Judge Daniel Lowenthal declares mistrial for McDonald’s armed robbery suspect who was sleepy in court

A California judge, the scion of a powerful Democratic family, granted an ex-con a mistrial for an alleged violent McDonald’s robbery because he was sleepy in court and couldn’t take proper notes, Fox News Digital has learned.

Los Angeles Superior Court Jurist Daniel Lowenthal, whose Democratic congressman father endorsed the city’s embattled top prosecutor George Gascón, made the ruling Wednesday.

Vamazae Elgin Banks, 24, was on trial for allegedly pointing a gun at the head of a McDonald’s cashier and threatening to kill her if she didn’t hand over cash quickly enough.

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“Hurry up or I’ll blow your brains out!” Banks allegedly told the victim, court records show.

He made off with less than $100 from the McDonald’s on E. 4th St. in Long Beach. 

Banks faces up to life in prison if convicted of three counts of robbery and one account of assault with a semiautomatic firearm for the crime under California’s Three Strikes sentencing laws. 

He has two prior violent felony convictions for robbery and making criminal threats.

Nodding Off

His court-appointed defense lawyer, Alan Nakasone, argued that Banks couldn’t take adequate notes during a court session because he had been put in a cell without a blanket or bed the night before and was unable to sleep properly.

The argument was enough for Lowenthal, who ripped the Los Angeles Sheriff’s Department for negligence and granted the mistrial request.

Deputy District Attorney Tricia Halstead pushed back on Nakasone’s argument in court, asking the judge if he had actually seen Banks nod off at the defense table. 

“Did he fall asleep?” she asked him. “Did Your Honor see him fall asleep?”

Lowenthal deferred the question to Nakasone.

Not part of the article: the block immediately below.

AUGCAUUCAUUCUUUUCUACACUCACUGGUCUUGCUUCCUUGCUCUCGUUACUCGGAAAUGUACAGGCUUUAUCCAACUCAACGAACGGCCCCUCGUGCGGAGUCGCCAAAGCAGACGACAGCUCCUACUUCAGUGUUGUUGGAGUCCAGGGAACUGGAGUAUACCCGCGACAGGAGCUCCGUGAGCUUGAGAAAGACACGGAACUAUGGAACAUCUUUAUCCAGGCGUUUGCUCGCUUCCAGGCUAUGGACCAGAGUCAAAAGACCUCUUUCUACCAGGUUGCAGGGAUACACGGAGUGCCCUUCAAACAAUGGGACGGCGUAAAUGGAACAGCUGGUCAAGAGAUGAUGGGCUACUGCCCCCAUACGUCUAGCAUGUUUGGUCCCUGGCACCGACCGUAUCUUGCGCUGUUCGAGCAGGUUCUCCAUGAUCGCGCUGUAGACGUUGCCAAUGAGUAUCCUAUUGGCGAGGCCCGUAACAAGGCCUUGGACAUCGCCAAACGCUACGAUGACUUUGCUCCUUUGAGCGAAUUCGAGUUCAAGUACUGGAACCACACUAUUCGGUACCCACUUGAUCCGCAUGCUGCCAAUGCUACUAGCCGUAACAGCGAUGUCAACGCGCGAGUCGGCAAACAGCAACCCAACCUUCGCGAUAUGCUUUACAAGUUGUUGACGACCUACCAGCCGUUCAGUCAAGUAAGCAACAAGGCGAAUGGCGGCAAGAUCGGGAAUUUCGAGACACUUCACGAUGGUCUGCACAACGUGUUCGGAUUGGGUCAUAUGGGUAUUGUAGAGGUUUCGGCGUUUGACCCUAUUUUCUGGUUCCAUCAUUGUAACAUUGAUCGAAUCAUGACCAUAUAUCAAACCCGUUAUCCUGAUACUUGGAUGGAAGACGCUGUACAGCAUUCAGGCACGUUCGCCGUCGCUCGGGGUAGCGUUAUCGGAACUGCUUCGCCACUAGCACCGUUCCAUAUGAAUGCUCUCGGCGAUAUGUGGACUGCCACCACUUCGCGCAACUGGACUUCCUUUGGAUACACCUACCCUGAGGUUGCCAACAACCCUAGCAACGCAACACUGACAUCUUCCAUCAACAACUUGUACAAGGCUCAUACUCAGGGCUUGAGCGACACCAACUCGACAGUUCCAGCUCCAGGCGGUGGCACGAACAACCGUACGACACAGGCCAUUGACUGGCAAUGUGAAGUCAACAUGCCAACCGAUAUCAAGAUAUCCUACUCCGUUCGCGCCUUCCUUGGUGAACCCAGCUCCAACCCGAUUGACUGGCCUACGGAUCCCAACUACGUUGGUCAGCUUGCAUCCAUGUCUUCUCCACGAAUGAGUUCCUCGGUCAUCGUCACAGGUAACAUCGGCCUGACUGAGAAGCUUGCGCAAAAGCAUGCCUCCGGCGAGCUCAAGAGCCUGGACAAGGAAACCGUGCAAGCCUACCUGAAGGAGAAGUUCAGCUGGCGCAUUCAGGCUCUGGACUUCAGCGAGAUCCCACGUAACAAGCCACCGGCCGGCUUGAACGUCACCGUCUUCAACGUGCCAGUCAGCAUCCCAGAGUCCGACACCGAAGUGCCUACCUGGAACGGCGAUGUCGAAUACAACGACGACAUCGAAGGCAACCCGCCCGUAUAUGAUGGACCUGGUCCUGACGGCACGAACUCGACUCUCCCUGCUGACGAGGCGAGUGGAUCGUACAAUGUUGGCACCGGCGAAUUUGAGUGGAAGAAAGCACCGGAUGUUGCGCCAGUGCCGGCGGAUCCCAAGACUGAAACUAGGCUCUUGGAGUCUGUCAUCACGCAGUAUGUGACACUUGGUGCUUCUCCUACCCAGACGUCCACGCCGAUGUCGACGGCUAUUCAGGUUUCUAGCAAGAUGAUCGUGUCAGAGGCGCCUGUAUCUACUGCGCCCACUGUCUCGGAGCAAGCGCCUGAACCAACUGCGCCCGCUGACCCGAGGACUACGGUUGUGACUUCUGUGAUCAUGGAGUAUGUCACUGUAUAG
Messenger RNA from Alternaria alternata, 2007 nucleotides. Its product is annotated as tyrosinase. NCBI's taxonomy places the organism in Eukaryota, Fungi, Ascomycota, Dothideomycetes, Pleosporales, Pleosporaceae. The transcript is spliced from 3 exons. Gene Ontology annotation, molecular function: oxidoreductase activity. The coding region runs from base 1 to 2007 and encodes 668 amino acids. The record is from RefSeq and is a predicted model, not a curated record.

“My client was nodding,” the defense lawyer reiterated.

With that, Lowenthal made his ruling.

“Essentially this Court has lost complete confidence in the Sheriff Department’s ability to provide proper housing arrangements,” he said. “A mistrial is declared.”

Vamazae Elgin Banks.
Vamazae Banks faces up to life in prison if convicted of three counts of robbery and one account of assault with a semiautomatic firearm.
Vamazae Banks/Flickr

Judge Lowenthal’s Political Connections

Lowenthal’s father, Alan Lowenthal, (D-CA) who was first elected to Congress in 2012, is serving his fourth term representing portions of eastern Los Angeles County and western Orange County. He has also served as a city councilman and California state senator. 

The progressive congressman endorsed Gascón, Los Angeles County’s controversial soft-on-crime prosecutor who narrowly survived a recall bid this month.

Judge Lowenthal’s brother, Josh Lowenthal, is running for a state assembly seat and their mother, Bonnie Lowenthal, served as a member of the California State Assembly from 2008 to 2012.

Alan and Bonnie Lowenthal have both endorsed former Long Beach Police Chief Robert Luna in his bid to replace Los Angeles County Sheriff Alex Villanueva.

Judge Daniel J. Lowenthal.
Judge Daniel Lowenthal ripped the Los Angeles Sheriff’s Department for negligence and granted the mistrial request.
Christina House/Los Angeles Times via Getty Images

The ‘Broken’ Jail System

Legal experts told Fox News Digital that the ruling was highly unusual.

“In my 27 years of experience I have not seen a mistrial declared because a defendant who was in trial was deprived of the ability to sleep,” said Anthony Falangetti, who worked as a Los Angeles County prosecutor for 14 years before becoming a criminal defense lawyer. 

He said the judge was clearly expressing his frustration with the Sheriff Department’s failures in his decision. 

Los Angeles defense attorney Lara Yeretsian called the ruling “surprising” — but backed Lowenthal’s rationale.

 “This is about a system that is honestly broken,” she said. “What they do to defendants is inhumane and he’s sending a message.”